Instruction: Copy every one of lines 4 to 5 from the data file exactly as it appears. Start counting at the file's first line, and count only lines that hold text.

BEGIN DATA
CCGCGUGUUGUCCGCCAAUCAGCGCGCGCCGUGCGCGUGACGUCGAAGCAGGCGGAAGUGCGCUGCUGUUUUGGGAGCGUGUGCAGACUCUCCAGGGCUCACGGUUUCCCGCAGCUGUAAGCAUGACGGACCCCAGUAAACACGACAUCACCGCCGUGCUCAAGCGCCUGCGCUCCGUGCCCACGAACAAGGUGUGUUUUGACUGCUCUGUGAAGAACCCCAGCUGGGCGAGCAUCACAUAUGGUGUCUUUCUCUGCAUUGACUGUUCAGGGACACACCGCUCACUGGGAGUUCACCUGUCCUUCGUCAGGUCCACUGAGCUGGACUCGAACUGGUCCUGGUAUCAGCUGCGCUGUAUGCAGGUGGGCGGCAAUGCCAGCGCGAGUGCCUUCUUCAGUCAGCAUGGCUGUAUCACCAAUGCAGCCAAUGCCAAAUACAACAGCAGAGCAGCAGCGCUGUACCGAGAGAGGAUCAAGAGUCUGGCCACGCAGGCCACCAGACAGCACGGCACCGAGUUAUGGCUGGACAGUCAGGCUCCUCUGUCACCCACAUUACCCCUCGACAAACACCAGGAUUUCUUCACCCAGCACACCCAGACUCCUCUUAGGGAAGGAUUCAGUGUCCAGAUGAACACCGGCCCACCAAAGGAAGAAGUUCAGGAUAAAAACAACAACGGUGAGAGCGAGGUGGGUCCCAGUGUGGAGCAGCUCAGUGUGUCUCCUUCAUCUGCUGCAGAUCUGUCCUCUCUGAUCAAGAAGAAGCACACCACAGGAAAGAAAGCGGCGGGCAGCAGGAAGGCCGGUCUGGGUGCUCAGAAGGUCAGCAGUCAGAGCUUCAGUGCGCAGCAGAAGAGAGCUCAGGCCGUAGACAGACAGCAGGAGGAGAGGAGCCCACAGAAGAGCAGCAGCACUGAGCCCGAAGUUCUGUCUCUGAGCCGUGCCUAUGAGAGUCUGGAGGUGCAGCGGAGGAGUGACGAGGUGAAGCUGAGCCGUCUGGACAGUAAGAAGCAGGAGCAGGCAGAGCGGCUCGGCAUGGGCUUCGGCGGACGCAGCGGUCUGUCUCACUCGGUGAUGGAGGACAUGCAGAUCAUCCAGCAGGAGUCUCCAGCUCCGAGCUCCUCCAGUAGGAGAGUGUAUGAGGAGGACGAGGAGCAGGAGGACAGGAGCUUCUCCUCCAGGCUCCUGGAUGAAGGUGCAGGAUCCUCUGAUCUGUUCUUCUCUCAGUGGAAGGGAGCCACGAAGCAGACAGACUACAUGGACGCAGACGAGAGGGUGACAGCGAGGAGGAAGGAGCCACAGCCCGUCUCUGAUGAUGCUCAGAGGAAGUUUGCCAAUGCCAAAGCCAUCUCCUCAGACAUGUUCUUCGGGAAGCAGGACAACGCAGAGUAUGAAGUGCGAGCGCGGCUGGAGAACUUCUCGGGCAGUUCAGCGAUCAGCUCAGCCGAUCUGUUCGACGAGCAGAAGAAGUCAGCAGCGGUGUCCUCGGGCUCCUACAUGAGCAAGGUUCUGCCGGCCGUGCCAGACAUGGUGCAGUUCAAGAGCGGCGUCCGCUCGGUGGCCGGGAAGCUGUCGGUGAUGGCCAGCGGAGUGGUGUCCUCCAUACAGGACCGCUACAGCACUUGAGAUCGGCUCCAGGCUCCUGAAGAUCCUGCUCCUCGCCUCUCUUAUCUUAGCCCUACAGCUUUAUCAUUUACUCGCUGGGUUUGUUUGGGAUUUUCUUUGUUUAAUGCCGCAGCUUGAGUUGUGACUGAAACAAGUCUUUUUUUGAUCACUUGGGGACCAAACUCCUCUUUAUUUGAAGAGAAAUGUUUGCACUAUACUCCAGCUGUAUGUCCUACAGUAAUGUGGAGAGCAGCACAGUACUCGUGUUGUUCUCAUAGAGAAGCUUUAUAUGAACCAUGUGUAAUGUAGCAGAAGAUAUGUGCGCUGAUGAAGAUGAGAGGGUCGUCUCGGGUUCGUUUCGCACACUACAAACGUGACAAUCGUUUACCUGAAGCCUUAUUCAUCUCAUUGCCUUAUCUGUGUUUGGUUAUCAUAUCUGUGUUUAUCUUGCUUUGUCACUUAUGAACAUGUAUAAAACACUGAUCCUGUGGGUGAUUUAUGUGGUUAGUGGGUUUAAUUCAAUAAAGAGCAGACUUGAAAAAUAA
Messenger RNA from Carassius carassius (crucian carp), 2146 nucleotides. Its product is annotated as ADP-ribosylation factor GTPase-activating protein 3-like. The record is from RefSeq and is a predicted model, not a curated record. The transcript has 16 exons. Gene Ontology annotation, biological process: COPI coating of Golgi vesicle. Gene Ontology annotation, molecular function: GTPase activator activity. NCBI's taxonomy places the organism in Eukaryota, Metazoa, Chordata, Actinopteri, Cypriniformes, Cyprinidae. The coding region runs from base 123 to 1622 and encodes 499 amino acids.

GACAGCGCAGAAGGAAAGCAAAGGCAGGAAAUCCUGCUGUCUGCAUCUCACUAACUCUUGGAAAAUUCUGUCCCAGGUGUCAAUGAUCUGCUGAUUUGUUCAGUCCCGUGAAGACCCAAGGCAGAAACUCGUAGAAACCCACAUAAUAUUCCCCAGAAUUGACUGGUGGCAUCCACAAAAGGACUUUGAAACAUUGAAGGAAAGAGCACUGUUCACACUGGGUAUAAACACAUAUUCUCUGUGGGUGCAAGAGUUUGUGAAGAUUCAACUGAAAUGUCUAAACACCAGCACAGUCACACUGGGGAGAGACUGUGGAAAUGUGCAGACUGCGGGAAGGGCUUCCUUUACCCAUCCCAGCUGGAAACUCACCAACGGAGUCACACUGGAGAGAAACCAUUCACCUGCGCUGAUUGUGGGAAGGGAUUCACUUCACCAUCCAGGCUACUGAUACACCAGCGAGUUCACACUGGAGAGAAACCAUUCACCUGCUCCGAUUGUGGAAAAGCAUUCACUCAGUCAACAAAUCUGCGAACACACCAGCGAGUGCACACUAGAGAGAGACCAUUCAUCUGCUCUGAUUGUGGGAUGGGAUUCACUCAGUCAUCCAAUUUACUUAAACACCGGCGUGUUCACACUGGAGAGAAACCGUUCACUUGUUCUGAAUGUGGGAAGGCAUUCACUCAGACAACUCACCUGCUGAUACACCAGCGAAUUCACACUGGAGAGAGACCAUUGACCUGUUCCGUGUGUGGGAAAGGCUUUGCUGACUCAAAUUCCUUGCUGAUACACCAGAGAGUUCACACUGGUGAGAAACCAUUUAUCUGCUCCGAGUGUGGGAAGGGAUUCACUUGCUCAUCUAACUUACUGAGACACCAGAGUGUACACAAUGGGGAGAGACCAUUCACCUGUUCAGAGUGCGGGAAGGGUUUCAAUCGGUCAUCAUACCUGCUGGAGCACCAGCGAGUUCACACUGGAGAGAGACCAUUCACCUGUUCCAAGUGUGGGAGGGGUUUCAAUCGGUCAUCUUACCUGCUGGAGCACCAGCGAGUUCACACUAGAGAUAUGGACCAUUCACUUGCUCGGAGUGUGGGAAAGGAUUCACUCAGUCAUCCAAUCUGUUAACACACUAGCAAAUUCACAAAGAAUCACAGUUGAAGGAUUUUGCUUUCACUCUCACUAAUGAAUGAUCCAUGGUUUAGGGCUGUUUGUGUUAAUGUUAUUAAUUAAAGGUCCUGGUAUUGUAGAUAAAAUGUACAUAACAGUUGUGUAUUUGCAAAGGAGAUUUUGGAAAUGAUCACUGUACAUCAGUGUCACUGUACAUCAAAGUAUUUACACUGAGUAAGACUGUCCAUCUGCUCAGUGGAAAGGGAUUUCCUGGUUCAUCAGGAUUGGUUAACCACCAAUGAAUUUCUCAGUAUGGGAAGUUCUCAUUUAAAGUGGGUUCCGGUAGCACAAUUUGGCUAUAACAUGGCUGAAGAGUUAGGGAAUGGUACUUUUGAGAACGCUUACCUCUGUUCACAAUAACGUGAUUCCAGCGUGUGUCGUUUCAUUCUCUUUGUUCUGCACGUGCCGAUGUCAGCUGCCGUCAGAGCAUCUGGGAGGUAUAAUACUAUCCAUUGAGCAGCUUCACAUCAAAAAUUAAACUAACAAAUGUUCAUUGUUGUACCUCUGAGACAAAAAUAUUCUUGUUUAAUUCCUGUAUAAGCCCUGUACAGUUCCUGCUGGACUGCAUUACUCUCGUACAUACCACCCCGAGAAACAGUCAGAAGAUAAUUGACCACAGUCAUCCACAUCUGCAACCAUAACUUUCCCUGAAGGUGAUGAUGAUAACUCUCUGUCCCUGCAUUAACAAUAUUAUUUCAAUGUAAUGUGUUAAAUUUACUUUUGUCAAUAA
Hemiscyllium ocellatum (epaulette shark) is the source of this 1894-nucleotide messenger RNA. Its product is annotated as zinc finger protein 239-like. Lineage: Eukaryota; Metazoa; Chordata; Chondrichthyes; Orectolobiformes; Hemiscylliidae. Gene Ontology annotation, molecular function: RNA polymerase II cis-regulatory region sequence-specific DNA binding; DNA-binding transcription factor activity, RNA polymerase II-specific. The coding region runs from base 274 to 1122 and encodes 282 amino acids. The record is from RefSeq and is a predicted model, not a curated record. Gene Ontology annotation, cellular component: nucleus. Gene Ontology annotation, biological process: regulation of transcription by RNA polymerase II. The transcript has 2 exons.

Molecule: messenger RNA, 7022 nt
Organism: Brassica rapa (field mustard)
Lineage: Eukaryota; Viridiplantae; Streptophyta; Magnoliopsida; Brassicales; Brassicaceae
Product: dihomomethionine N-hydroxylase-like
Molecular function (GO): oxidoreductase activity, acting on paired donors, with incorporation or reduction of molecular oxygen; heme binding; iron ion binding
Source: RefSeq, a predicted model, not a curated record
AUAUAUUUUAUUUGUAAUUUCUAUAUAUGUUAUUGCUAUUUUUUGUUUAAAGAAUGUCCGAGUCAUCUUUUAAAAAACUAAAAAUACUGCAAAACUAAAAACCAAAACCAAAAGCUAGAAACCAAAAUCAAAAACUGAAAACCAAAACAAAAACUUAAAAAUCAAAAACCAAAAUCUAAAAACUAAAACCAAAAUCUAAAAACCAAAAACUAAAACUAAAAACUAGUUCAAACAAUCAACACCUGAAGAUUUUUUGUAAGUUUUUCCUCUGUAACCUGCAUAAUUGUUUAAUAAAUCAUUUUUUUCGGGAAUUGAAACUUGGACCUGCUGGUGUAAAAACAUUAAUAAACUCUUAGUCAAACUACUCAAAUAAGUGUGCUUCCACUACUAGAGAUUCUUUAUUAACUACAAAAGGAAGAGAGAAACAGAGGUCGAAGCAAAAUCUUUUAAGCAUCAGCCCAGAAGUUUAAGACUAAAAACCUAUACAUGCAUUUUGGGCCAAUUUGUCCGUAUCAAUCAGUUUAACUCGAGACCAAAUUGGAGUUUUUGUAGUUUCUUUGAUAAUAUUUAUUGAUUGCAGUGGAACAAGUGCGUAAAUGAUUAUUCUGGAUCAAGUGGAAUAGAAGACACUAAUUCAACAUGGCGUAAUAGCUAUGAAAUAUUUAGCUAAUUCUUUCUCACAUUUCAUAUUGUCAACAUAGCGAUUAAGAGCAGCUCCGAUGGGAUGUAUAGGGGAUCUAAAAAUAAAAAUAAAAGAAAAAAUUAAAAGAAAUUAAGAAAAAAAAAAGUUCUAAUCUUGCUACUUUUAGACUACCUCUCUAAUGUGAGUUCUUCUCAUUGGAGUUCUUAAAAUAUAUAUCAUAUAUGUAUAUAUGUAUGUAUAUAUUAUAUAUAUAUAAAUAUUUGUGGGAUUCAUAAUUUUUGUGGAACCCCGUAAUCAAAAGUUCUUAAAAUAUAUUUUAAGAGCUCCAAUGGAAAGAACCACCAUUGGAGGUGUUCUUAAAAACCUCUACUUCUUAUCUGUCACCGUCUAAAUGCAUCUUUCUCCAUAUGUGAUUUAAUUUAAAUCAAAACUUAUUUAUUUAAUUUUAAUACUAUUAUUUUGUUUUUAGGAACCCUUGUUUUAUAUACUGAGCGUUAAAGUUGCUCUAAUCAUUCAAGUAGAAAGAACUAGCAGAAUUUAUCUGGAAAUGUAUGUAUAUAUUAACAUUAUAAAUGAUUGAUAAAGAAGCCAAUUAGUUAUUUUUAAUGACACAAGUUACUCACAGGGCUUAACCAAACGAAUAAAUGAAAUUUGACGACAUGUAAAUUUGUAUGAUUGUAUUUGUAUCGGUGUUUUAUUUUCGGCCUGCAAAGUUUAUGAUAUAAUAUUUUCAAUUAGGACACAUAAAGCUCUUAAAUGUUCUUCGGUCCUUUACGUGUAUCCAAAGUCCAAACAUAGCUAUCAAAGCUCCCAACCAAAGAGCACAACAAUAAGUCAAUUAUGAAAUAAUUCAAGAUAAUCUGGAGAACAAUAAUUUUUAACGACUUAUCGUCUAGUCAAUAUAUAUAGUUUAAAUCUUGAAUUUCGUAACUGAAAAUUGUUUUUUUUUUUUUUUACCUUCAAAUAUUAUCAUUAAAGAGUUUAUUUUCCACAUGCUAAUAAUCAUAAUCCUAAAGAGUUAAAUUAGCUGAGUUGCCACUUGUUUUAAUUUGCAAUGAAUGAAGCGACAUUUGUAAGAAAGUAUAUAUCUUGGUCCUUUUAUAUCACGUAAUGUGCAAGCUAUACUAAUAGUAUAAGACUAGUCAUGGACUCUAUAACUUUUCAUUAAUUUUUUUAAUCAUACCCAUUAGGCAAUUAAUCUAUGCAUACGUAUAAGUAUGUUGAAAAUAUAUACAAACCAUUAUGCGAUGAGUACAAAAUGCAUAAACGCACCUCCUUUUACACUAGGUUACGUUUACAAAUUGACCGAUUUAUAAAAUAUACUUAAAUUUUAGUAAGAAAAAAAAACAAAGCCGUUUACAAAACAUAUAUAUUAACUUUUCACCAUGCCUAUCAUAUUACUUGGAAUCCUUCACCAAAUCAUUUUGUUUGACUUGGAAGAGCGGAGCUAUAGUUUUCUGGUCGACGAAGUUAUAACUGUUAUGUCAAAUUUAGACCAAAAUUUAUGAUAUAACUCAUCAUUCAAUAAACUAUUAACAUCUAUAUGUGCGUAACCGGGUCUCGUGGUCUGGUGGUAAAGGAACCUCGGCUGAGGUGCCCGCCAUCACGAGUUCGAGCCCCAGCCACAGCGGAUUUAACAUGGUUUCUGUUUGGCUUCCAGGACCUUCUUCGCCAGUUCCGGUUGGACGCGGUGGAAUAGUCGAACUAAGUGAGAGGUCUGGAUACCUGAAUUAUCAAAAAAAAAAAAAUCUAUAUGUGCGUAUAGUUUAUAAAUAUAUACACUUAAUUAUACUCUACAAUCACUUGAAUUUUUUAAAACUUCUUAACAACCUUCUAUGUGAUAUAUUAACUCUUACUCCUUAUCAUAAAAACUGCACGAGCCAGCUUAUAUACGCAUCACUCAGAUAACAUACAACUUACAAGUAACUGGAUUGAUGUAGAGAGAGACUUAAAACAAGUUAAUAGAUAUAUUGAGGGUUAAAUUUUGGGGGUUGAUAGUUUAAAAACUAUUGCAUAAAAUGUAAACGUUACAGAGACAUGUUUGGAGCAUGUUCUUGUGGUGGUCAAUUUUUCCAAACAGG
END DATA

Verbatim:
Hemiscyllium ocellatum (epaulette shark) is the source of this 1894-nucleotide messenger RNA. Its product is annotated as zinc finger protein 239-like. Lineage: Eukaryota; Metazoa; Chordata; Chondrichthyes; Orectolobiformes; Hemiscylliidae. Gene Ontology annotation, molecular function: RNA polymerase II cis-regulatory region sequence-specific DNA binding; DNA-binding transcription factor activity, RNA polymerase II-specific. The coding region runs from base 274 to 1122 and encodes 282 amino acids. The record is from RefSeq and is a predicted model, not a curated record. Gene Ontology annotation, cellular component: nucleus. Gene Ontology annotation, biological process: regulation of transcription by RNA polymerase II. The transcript has 2 exons.

Molecule: messenger RNA, 7022 nt